CANNON BALL, N.D. (AP) _ State and federal authorities have told Dakota Access oil pipeline protesters at an encampment in North Dakota to leave. But many in the camp say they’re not going.
The deadline is Wednesday. It comes amid concerns that spring flooding could wash tons of trash into nearby rivers. State officials are warning of an environmental disaster if the camp isn’t cleaned up and closed.
Some in the camp say the flood fears are overblown. They plan to seek higher ground, but have no plans to leave despite the threat of arrest.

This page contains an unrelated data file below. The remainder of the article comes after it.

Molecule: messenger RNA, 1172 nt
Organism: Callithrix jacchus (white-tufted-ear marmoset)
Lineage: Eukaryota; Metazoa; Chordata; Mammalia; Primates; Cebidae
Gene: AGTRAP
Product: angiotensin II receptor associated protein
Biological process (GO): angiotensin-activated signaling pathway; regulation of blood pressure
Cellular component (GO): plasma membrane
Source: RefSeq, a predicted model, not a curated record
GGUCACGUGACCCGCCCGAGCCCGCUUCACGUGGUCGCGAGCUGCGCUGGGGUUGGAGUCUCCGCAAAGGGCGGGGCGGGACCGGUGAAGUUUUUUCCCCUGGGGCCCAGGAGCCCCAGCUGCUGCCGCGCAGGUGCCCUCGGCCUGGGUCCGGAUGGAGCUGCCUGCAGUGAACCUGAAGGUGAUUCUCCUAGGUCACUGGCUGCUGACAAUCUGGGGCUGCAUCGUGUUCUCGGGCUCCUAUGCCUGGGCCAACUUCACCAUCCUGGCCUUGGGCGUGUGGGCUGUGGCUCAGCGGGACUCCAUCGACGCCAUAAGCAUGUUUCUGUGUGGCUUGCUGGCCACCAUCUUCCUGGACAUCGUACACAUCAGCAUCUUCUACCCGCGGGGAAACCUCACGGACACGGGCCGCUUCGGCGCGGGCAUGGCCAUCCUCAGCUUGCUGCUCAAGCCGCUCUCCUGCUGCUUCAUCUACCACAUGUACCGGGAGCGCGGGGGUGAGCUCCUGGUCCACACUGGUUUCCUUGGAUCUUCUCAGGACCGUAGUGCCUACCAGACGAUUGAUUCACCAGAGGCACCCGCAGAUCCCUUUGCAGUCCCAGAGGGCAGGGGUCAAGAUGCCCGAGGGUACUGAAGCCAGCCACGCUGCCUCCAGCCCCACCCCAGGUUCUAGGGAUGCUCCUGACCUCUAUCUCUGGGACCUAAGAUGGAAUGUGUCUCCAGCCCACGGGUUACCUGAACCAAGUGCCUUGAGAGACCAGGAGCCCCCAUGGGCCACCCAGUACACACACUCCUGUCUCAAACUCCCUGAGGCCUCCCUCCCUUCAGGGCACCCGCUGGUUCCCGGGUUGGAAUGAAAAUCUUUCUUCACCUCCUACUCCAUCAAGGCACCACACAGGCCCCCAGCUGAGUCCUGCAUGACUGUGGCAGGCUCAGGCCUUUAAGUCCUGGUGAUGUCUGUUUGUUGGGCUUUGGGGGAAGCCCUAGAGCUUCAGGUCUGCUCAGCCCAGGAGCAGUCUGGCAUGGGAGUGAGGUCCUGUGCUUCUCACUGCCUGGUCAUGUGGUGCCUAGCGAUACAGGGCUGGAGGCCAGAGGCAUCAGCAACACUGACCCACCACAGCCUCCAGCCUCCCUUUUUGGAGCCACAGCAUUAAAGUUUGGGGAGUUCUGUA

Tiffanie Pieper, of San Diego, says: “If we don’t stand now, when will we?”
Pipeline opponents say the $3.8 billion project to move North Dakota il to Illinois threatens the environment. Dallas-based developer Energy Transfer Partners disputes that.